Friday, December 16, 2011

Dark Clouds Shroud the Mets

Have you seen that drug commercial for those who suffer from depression? You know the one with the animated woman who has this little dark cloud that follows her everywhere? The Mets are that lady these days and there isn't a prescription big enough to handle the cloud the Mets are dealing with. Ever since the Wilpons became entangled in the fallout from Bernie Madoff, things have changed in New York and judging from this eye-opening article from Fangraphs', Alex Remington, their financial woes appear to be deepening. It's pretty sad stuff.

This Fan's history is wrapped up a bit in the Mets. The Fan's father was a Mets fan. So was his father's father. Their descendant did not follow in those footsteps and instead fell in love with that other New York team. But even so,  the very first ballgame this Fan ever watched on television was a Mets game and the first ever foray to a major league ballpark was Shea Stadium with Dad. While the Mets have never been a top five favorite in this observer's echelon of teams, there is a heft of fifty years of interest in what goes on with the Mets.

And that history has had some fine moments. The Miracle Mets of the late 1960s, the 1986 team, the Bobby Valentine Mets at the end of the millennium and the mid-2000s team that with a different bounce or two could have been great. To see the Mets now reduced to doom and gloom is not a happy circumstance. It's not a good thing that a fan base had to lose their favorite player because there was no money to pay him. At least not through these eyes.

What's painful is that you cannot talk about the Mets for their team on the field. There is always the financial mess that makes the news. Bud Selig has not tried to "fix" the Mets like he did with the Rangers and now with the Dodgers. Whether that is because of his close ties with the Wilpons or because the Wilpons were heretofore good baseball owners is not for this writer to sort out. For a fan, you want to talk about what's on the field and not other stuff that takes away from pure baseball entertainment.

It's also sad that there are positive things to talk about. Sandy Alderson and his team are very bright leaders with proven track records. They take over from a regime that like it or not, ran the Mets into the ground. That Alderson plugs away with the fiscal restraints without quitting is admirable in and of itself. Players like Jason Bay and David Wright should benefit from the reduced dimensions of Citi Field that Alderson has instigated. Lucas Duda, Ruben Tejada, Daniel Murphy and Josh Thole are all promising young players. If Ike Davis can come back, that would be another. Andres Torres is an upgrade in center field.

The Mets likely have little shot at winning this coming season despite some good young talent just mentioned. Their rotation is weak and there is little talent in the upper levels of their minor league system. Alderson was left with dry bones there. Johan Santana may or may not come back and even if he does, there is no way they will ever recoup the value of his contract. Improvements to the bullpen are somewhat looked at with skepticism. Jon Rauch did not have a good year in Toronto. Can he and other acquisitions shore up a bullpen that was third from last in the majors last year? Not completely.

There is also the problem of the Mets' defense. They were fifth from the bottom in defensive efficiency last season and also made the fifth most errors in baseball. A healthy Ike Davis would help as a good fielding first baseman is worth far more than given credit. But you still have Jason Bay in left, David Wright at third and a second base situation that will not prove defensively capable no matter who wins that job.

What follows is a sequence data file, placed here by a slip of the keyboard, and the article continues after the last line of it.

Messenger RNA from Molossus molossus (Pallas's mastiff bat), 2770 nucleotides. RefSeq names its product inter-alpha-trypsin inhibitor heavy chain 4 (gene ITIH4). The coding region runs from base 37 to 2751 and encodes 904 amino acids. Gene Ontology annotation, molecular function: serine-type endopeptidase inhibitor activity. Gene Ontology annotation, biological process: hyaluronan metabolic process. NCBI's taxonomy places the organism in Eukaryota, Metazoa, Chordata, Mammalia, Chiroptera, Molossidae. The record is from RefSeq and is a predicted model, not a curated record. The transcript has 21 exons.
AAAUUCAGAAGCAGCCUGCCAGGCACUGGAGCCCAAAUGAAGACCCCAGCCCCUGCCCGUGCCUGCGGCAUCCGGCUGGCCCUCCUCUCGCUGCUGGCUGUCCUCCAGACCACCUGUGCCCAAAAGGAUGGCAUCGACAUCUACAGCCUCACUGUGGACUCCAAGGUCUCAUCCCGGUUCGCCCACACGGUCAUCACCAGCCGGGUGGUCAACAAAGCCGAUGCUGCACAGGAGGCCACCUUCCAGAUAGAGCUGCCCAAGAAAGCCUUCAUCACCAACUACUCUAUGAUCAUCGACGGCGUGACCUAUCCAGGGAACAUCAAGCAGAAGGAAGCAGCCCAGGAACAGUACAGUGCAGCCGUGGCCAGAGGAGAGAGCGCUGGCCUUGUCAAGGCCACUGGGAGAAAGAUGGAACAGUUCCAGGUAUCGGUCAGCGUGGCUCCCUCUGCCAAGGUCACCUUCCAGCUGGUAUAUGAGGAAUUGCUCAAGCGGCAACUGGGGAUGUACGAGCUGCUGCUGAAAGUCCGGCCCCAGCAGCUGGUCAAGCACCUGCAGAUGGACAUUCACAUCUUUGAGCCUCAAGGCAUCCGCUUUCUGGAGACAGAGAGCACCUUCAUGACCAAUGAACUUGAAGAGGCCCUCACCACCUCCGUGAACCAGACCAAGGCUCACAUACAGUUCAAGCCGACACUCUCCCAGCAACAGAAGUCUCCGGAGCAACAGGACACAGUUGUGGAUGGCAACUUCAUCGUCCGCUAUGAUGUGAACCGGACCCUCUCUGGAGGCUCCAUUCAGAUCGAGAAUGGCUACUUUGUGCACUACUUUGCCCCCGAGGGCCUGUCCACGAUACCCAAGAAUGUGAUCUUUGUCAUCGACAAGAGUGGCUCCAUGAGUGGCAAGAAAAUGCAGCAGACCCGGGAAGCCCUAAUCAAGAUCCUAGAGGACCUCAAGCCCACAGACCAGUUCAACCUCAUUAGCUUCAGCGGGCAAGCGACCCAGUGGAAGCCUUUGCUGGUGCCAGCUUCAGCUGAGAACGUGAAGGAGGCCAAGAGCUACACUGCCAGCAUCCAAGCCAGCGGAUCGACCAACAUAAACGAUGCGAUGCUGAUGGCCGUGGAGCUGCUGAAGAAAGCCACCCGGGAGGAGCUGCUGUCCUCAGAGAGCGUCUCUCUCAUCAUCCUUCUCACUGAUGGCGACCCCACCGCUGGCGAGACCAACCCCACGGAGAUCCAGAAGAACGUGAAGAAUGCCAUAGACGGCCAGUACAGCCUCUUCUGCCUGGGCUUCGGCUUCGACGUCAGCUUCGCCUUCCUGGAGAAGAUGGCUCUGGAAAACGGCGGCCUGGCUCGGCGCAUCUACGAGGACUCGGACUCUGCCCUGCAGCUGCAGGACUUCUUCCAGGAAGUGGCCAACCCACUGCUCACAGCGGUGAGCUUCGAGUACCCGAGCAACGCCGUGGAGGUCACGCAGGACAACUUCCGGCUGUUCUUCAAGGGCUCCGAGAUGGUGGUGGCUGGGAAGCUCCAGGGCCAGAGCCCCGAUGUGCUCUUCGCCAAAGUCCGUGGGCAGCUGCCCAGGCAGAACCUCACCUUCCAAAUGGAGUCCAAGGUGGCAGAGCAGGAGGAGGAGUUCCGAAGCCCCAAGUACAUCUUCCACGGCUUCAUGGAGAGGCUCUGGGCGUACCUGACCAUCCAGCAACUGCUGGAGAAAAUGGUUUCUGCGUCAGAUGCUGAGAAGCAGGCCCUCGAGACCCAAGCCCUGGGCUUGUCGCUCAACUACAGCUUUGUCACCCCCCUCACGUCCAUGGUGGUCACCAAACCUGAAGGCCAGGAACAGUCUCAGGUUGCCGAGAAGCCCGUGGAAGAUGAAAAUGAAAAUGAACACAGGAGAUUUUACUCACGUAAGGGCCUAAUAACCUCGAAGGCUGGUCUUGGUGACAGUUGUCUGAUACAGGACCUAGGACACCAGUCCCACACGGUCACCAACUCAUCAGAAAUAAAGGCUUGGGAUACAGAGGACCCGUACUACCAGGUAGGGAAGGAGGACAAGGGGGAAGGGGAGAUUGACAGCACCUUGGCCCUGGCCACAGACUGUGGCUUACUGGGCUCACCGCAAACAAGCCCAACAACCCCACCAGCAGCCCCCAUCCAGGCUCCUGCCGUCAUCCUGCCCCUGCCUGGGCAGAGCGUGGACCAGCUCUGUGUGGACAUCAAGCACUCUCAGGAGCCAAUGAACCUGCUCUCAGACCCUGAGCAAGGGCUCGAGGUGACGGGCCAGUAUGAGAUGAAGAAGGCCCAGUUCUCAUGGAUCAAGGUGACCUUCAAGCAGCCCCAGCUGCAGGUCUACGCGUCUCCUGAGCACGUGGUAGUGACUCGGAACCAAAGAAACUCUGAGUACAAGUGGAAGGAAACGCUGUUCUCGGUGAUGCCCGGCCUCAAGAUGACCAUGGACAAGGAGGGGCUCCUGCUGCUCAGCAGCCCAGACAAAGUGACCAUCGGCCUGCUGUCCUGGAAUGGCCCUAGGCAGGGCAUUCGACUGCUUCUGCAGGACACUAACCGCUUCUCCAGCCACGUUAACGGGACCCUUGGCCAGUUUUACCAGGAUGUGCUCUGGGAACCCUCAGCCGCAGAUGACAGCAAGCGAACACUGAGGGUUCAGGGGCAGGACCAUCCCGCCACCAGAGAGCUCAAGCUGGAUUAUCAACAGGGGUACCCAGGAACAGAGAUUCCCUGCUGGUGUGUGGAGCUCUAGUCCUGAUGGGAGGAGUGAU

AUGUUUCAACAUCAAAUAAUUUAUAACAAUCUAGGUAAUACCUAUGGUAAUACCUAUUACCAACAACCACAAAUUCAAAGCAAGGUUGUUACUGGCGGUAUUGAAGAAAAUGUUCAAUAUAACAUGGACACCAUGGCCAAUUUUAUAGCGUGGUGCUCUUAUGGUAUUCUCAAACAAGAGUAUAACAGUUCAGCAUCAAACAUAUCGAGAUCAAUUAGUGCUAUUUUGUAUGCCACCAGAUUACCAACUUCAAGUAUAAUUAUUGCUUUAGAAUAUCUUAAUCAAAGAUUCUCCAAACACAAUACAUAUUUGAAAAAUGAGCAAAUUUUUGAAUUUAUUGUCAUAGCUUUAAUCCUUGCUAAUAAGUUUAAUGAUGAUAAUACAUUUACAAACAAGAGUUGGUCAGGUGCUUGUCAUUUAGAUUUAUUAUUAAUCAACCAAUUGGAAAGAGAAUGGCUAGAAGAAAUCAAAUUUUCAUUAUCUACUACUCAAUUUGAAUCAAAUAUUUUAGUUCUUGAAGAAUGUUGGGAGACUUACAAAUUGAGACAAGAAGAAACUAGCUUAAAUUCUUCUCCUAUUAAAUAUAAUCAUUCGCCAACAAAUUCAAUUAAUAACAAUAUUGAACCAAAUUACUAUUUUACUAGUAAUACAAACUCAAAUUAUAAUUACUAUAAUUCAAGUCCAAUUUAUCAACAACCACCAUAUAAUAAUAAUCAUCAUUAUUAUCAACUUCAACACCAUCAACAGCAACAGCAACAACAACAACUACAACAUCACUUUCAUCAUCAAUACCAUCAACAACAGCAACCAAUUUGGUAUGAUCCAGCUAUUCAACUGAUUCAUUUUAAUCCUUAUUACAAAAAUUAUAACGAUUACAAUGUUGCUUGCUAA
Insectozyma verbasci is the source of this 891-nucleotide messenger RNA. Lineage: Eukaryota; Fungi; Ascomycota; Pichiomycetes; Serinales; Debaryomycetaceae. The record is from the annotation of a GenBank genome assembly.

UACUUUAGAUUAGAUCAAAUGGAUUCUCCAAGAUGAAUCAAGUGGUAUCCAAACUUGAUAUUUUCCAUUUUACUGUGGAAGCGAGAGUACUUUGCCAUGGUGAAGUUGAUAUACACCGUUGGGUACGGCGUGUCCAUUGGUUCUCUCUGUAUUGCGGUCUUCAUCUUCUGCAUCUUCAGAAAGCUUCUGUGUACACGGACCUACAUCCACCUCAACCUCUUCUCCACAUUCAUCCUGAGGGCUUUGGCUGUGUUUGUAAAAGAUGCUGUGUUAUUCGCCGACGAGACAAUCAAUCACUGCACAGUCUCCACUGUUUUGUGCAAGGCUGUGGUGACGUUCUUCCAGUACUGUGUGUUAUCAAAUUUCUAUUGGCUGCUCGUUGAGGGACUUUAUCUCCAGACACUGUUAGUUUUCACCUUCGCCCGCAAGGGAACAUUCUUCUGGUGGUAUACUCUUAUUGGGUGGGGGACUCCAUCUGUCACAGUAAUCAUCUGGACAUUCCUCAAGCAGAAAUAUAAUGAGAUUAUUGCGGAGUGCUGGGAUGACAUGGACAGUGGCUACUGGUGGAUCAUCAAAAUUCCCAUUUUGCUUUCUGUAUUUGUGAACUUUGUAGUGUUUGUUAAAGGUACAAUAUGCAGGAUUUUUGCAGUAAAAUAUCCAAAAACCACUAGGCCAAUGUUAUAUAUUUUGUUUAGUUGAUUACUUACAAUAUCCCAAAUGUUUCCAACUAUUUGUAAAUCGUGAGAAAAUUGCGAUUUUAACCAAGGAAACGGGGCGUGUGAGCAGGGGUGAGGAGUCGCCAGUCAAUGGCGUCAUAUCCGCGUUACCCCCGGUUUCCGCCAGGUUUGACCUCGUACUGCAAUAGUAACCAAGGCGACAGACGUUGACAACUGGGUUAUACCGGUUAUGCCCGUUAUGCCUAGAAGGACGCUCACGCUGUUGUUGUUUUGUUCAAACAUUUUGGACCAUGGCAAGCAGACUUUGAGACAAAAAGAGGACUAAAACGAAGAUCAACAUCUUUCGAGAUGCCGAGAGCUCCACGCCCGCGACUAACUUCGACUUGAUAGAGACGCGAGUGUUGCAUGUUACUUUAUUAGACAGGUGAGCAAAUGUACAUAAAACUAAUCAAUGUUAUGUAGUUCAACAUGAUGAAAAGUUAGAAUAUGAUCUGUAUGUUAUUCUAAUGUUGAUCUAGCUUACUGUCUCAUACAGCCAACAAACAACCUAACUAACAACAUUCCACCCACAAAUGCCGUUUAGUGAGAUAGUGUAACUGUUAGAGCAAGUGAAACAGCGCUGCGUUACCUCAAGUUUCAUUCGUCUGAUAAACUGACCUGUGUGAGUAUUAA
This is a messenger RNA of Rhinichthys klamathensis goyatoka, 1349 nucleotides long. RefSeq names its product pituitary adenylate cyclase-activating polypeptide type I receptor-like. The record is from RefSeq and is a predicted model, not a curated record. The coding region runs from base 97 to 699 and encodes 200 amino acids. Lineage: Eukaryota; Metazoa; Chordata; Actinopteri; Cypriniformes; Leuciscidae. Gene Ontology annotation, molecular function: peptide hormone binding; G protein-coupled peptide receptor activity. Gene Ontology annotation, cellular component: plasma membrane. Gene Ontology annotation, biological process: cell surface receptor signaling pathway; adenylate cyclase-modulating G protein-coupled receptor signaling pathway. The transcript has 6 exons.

The problem for Alderson is that he can't dip into the minors for help and he can't spend any money. So any holes on the team (rotation, bench depth, etc.) will have to come from fliers on non-tendered and fringe players on the market who will agree to play for less money. It is hoped that Alderson will resist the temptation to trade Jonathan Niese. Most people do not realize that he out-pitched Gio Gonzalez last season if you believe in Fielding Independent Pitching statistics (FIP). A good left-handed pitcher like him is very useful against teams like the Braves and the Phillies. He is a possible star in the making and right now, he's cheap.

There are a lot of players fans in New York can rally around. The Mets were surprisingly effective for large parts of last season and even without Jose Reyes, can be fun to watch this season. The problem for Mets fans is that this dark cloud follows the team around and as long as that cloud is the big New York Mets story, much of the fun of being a fan of that team is removed. Let's hope that things improve for the New York Mets and that such an important team in the biggest market on earth can again join the healthy status it used to enjoy.

1 comment:

Thomas Slocum said...

If FIP shows that Jonathon Niese was Gio Gonzalez' superior in 2010, that about says all I'd need to hear to dismiss that method/statistic as anything meaningful. Gonzalez was (by the ACTUAL numbers) superior in wins, winning percentage, starts, innings, ERA+, WHIP, H/9, and K/9, several by substantial margins. Niese was the victor in but two categories, BB/9 and SO/BB ratio (but both by significant margins). One would almost be forced to conclude that FIP stats favor pitch to contact nibblers who eschew the base on balls (regardless of the alternative) if those statistics suggest that Niese was the better pitcher overall in 2011.